The program of diverse works was designed by cellist Misha Quint to challenge the musical versatility of the musicians, a mix of advanced, award-winning young artists and faculty from the InterHarmony Festival, which Quint founded 14 years ago.
The performers, all virtuosic musicians, include InterHarmony artist faculty members Ning An, piano; Eugenia Choi, violin; Svetlana Gorokhovich, piano; Howard Klug, clarinet; and Misha Quint, cello. The upcoming musical stars are Clarice Collins, violin; Carson Hayes, piano; Xiangyuan Huang, violin; and Shu Liu, violin.
About the Program
Showcasing a lyrical and tender side of Olivier Messiaen, "Theme and Variations" was composed in 1932 as a wedding gift for his first wife, the violinist and composer Claire Delbos. Conventionally based, it is one of the most significant of Messiaen's early works, representing the compositional techniques he had developed at that point in his career. It provoked Pierre Boulez, coming to the music at a chance hearing, to exclaim: "It was enough to inspire me with an immediate wish to study with him. I felt the force of his attraction immediately, as I say, at a single hearing."
Brahms's "Clarinet Trio for clarinet, cello and piano in A minor, Op. 114," is one of two works inspired by Brahm's introduction to the musical brilliance of clarinetist Richard Muhlfeld. The trio, premiered in Berlin in December, 1891, was described by Eusebius Mandyczewski, a scholar and friend of Brahms, as "it is as though the instruments were in love with each other."
Prokofiev's "Sonata for Two Violins, Op. 56," begins with a dark, Slavically lyrical first movement, which transforms to a fast, raw, fiercely dramatic second movement, before turning into a tender and simple third, and concluding with a blazingly fast coda.
The April 25 program includes three works grounded in ethnic dance forms: Pablo de Sarasate's "Introduction and Tarantella, Op. 43," during which dancer and instrumentalist demonically challenge each other's energy, and Astor Piazzolla's "Tango Suite," a blend of elements of jazz and classical music. Composer/violist Nigel Keay, a New Zealand native, now living in Paris, created his "Tarantella,"
A work for solo piano, Debussy's "Poisson d'Or " (Goldfish), composed in 1907, was inspired by a painting of a darting goldfish on a Japanese lacquer panel in the composer's study. In less than four minutes, the music moves from playful to a darker, more intense, almost violent state of mind. Rachmaninoff's "Etudes-Tableaux in E Flat minor, Op. 39, No. 5" challenges the virtuosity of its pianist, demanding unconventional hand positions, wide leaps for the fingers and extraordinary technical stamina.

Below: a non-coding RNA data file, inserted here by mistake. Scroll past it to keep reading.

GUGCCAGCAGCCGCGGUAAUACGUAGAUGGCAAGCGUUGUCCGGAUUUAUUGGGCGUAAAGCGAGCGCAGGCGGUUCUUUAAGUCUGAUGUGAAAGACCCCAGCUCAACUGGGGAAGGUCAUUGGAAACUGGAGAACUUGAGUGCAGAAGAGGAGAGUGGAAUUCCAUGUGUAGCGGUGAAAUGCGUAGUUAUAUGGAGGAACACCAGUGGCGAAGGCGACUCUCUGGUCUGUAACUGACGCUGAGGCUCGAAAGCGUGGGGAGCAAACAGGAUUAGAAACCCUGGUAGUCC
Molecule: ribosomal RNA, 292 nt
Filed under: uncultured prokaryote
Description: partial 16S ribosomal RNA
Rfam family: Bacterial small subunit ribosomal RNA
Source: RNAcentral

Cellist Misha Quint made his orchestral debut at the age of 13 after winning first place in the Boccherini Competition in St. Petersburg. Some of the celebrated orchestras that Quint has performed with include: Orquestra Sinfônica do Teatro Nacional do Brasilia, The Metropolitan Symphony, New York Chamber Orchestra, The National Irish Symphony, Brooklyn Philharmonic, London Soloists Chamber Orchestra at Queen Elizabeth Hall, The Moscow State Symphony Orchestra, The Leningrad Philharmonic Orchestra, Leningrad State Orchestra, Orchestra of Classical and Contemporary Music and the Symphony Orchestras of Latvia and Georgia. Quint has worked with an equally illustrious group of conductors, including Maxim Shostakovich, Paul Lustig Dunkel, Colman Pearce, Sidney Harth, Ravil Martinov, Camilla Kolchinsky, Yaacov Bergman, Franz Anton Krager and Ira Levin, and premiered works the most outstanding composers of today including Sophie Goubadalina, Robert Sirota, Steven Gerber, Thomas Fortmann, Nathan Davis, and Alfred Schnitke. Quint is an active chamber musician and has performed with such artists as Nikolai Znaider, Bela Davidovich, Sherban Lupu, Andrzej Grabiec, Yuri Gandelsman, Boris Kushnir, andMikhail Kopelman. Quint started founding music festivals in Europe in 1997 with the creation of The International Cello Festival in Blonay, Switzerland, followed by the Soesterberg International Music Festival in Holland in 1998. Quint established the InterHarmony Music Festival in Geneva, Switzerland in 2000, and has since moved iterations of the festival to San Francisco, the Berkshires in Massachusettes, Schwarzwald, Germany, Sulzbach-Rosenberg, Germany, and Tuscany, Italy. Quint is currently on the faculty of the Preparatory Division at Mannes College The New School for Music, in Manhattan. www.mishaquint.com